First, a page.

The U.S. Civil Society Working Group on Women, Peace and Security and the U.S. Institute of Peace hosted this discussion examining how policies and programs can be shaped to better prevent the use of sexual violence and re-establish secure environments when it does occur.
On September 6th, USIP hosted two panels that explored the election results, the factors that influenced them, and looked forward towards their implications for the new government - its opportunities, challenges, and the future of Pakistan’s democracy.
A recent survey on the prevalence of sexual violence against women in the armed conflict in Colombia, supported by Oxfam, provides quantitative information for the period 2010-2015. An analysis of its findings is crucial to understand how to address the problem in the context of transitional justice as part of a peace process. The event will discuss the survey, inclusion of provisions addressing sexual violence in the Colombian government-FARC peace agreement, and the challenges of implementation as a new government is about to take office in Colombia.
As actors from Syria, Libya, and other countries marked by violence are taking steps towards building new constitutions, USIP and Inclusive Security are convening a panel to draw out lessons for policymakers by discussing women’s roles in constitution-making, gender equality in constitutional provisions and their implications for long-term, inclusive peace and security.
Women are struggling every day for peace and security in their communities, whether as parliamentarians seeking to preserve the constitutional rights of marginalized groups or as filmmakers prompting change through challenging community discourse. To amplify these voices, the U.S. Institute of Peace, with the U.S. Department of State, hosted an event featuring three of the 2018 Secretary of State’s International Women of Courage awardees.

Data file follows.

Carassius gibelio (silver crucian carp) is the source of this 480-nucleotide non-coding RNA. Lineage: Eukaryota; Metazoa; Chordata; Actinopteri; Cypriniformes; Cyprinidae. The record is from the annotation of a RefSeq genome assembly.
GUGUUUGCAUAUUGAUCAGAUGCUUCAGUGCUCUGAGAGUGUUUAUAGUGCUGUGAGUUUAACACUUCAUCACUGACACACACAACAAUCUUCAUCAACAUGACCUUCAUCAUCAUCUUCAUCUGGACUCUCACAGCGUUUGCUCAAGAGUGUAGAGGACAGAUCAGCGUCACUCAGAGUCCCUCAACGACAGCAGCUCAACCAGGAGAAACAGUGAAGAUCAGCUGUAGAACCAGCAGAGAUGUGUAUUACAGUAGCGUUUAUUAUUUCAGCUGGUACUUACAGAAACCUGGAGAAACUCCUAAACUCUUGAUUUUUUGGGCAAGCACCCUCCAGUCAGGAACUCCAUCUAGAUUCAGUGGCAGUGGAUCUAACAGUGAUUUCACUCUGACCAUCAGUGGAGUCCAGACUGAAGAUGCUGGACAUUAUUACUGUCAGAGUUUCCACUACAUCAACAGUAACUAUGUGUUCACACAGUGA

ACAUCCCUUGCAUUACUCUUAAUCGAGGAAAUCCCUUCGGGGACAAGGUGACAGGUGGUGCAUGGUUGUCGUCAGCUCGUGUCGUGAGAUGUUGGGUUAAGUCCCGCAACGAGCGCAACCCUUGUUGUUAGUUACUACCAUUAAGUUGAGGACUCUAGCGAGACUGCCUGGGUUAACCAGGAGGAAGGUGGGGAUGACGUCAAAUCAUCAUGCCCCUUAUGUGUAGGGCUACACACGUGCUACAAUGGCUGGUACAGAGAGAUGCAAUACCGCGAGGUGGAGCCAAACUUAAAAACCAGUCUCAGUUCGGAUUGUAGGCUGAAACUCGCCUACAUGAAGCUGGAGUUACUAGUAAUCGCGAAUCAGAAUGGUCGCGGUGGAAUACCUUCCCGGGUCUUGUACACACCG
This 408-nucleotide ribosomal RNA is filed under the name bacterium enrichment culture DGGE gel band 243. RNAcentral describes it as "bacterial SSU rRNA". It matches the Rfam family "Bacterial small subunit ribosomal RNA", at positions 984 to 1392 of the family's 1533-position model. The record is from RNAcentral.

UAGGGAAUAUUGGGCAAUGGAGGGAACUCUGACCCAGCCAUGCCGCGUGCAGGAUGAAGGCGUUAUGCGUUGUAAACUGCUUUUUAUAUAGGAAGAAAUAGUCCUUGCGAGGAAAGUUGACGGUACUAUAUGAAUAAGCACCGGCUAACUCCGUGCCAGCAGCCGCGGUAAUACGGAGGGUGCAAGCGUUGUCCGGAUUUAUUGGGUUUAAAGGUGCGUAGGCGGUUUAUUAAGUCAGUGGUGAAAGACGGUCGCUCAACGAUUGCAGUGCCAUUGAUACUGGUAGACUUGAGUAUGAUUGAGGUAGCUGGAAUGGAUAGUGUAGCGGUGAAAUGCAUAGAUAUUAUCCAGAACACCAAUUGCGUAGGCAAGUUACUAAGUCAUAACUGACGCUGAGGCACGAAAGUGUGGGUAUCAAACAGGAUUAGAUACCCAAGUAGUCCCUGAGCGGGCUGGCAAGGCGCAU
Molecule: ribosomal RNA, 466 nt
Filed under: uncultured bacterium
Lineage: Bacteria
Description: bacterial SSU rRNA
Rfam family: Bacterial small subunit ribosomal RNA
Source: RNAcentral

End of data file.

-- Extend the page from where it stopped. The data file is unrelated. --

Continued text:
Ten years ago, the film Pray the Devil Back to Hell premiered at the Tribeca Film Festival, where it won the award for Best Documentary for its powerful depiction of the nonviolent women’s movement that helped bring an end to Liberia’s bloody civil war. Since its release, producers and directors have taken up the challenge to tell the stories of the often-invisible lives of women in conflict – producing stories in countries like Bosnia, Libya, Afghanistan, Colombia, Pakistan and Rwanda. These films have brought forward women’s critical voices to the stories of war and peace, and amplified the global agenda of Women, Peace and Security.
We take a look back at the historic contributions of African Americans like Ralph Bunche, Edith Sampson, and Dizzy Gillespie and how the legacy of their work continues to influence the strategies and approaches in diplomacy, foreign policy, and international peacebuilding today. Join us for this inspiring conversation.
On October 25, USIP hosted Afghanistan’s first lady, Rula Ghani, for a discussion on the evolution of women’s roles in fostering peace amid one of Asia’s longest current wars.
On June 26, the U.S. Institute of Peace and the organization Inclusive Security held a discussion on Rwanda’s transition from genocide to a country at peace, where women hold 64 percent of seats in parliament.
On June 6, the Conflict Resolution and Prevention Forum held a discussion at the U.S. Institute of Peace on select factors that undermine the ability of countries to withstand shocks, and a review of case studies that can guide policy in addressing key weaknesses.